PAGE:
How different countries approach communication policies within their prison systems

Each country has its own policies and regulations surrounding communication in prisons. Some countries, such as Norway, have moved away from traditional phone calls altogether and have implemented alternative communication systems, such as video conferencing. Other countries have strict limitations on phone calls, such as in Australia, where inmates are only allowed to make two five-minute phone calls per week. Understanding how different countries approach communication policies can provide insight into potential solutions and alternatives for the United States.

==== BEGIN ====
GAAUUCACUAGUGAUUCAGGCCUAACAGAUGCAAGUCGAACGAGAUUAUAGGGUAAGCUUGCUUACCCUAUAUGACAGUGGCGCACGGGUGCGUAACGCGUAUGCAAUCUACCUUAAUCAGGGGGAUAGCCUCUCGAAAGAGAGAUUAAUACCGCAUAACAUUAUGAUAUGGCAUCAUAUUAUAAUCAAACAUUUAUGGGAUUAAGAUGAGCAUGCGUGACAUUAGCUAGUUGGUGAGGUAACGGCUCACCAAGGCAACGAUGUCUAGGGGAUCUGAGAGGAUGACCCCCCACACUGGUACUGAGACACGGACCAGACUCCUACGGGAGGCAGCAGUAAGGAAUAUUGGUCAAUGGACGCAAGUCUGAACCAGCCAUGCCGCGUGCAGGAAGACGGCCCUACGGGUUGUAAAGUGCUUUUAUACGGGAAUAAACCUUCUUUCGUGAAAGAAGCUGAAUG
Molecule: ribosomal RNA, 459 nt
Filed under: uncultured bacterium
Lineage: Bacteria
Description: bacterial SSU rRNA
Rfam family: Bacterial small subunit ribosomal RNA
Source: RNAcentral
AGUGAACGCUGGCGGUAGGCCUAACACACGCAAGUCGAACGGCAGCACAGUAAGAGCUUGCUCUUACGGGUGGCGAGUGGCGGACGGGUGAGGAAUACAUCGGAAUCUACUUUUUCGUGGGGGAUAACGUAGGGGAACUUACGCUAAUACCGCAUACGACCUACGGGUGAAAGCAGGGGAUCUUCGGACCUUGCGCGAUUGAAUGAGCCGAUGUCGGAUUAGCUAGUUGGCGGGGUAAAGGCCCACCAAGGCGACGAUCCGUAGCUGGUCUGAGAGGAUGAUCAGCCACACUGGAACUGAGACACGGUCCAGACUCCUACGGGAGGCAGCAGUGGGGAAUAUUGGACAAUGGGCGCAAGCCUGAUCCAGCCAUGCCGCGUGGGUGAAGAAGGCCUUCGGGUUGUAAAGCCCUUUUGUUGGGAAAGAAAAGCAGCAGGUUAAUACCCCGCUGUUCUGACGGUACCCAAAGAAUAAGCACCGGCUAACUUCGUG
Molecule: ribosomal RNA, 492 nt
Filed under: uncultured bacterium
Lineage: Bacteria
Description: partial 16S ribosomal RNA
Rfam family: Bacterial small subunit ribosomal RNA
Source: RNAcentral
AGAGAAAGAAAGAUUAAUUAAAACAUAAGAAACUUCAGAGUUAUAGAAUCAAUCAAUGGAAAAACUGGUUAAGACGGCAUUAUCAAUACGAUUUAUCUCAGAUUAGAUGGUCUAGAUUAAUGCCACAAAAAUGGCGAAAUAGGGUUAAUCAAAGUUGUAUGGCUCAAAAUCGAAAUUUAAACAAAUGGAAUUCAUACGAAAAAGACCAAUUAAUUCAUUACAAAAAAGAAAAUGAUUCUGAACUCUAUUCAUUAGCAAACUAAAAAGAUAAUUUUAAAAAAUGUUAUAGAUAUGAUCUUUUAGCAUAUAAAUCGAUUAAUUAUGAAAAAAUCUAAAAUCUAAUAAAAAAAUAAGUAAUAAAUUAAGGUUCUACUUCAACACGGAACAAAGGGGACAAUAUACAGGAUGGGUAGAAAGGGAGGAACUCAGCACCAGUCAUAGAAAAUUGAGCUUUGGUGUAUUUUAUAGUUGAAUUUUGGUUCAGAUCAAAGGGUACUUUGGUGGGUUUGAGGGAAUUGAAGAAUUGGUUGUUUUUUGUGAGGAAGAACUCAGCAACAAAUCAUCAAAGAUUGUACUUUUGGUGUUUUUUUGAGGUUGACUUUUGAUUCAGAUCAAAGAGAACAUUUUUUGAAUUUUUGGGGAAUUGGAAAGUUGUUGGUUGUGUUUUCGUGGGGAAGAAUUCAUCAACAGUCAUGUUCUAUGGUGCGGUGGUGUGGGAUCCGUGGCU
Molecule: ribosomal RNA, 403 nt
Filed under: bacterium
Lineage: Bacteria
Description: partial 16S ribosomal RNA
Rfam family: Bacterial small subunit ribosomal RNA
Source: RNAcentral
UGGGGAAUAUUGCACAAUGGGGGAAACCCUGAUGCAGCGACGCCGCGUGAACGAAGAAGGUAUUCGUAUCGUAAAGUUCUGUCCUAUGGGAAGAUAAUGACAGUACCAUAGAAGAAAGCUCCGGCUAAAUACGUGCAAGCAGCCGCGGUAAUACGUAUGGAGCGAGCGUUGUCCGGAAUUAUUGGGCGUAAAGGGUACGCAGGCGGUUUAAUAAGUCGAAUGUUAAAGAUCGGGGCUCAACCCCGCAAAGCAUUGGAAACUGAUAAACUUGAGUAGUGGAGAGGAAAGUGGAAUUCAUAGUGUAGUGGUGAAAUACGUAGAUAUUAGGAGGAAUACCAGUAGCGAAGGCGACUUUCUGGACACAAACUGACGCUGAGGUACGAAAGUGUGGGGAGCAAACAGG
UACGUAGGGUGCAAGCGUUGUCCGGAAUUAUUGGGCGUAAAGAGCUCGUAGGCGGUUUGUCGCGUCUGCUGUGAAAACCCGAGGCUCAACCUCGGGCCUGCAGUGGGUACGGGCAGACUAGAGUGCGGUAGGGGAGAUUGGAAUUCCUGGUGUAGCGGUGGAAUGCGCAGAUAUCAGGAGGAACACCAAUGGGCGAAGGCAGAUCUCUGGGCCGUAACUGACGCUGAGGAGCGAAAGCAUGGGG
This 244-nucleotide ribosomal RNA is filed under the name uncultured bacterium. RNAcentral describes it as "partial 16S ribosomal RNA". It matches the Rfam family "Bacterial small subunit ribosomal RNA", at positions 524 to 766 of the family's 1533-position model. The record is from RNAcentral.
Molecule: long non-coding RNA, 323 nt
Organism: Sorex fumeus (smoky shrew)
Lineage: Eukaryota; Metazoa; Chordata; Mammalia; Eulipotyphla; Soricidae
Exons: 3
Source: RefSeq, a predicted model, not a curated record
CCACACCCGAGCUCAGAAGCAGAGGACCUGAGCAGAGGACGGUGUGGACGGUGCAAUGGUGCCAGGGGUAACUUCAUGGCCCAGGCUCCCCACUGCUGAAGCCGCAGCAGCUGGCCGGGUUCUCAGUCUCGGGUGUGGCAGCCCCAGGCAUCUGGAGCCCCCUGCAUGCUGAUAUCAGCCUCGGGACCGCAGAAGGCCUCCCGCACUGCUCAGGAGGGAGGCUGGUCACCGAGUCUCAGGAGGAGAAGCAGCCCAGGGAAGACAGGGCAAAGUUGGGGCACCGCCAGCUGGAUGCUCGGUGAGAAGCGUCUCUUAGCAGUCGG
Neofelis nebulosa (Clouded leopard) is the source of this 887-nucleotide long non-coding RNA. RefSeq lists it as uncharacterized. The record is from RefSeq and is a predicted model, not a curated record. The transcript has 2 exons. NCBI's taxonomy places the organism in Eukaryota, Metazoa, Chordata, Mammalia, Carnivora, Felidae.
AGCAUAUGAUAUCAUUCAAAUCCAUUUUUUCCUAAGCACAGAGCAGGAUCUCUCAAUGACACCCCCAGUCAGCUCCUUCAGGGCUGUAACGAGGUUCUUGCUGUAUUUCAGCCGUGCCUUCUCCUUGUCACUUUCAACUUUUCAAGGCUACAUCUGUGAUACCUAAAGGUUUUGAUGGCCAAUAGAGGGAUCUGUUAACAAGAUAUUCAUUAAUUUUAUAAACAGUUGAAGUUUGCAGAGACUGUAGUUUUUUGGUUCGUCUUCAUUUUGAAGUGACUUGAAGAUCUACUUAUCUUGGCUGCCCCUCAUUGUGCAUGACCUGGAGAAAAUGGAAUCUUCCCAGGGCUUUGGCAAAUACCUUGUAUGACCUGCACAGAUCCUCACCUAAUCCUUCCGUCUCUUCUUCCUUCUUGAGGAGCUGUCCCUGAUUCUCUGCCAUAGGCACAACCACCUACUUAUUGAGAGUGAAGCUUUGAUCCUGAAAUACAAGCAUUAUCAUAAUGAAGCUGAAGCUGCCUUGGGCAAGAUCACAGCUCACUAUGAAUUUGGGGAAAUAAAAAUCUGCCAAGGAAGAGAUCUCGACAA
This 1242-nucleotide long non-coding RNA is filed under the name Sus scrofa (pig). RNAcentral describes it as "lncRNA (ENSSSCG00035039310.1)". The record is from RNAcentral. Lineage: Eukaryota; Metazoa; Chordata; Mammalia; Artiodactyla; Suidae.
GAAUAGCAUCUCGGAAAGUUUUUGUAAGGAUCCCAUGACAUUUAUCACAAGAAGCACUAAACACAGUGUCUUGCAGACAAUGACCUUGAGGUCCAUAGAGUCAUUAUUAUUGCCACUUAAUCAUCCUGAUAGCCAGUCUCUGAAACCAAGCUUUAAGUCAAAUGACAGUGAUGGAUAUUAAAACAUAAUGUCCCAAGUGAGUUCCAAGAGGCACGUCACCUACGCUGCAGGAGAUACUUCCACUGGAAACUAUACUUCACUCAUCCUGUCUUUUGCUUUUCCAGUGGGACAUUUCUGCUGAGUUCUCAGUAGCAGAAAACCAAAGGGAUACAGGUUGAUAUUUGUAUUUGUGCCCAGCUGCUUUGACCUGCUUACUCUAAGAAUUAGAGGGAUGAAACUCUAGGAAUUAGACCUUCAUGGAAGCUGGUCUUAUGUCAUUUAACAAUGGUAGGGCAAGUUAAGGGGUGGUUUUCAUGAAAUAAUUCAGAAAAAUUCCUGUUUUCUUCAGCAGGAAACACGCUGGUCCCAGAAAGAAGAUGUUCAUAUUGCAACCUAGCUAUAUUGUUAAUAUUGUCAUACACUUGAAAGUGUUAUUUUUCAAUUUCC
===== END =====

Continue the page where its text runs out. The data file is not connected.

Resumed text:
Inmates and their families face significant challenges when it comes to communication. While traditional phone calls have been the primary form of communication, technological advances provide alternative options that can be more affordable and accessible. It’s important for incarcerated individuals to maintain close relationships with their loved ones to improve their well-being during and after their sentence. Advocating for the rights of inmates and their families, transparent communication policies, and fair pricing for phone calls is essential for ensuring their well-being and successful reentry into society.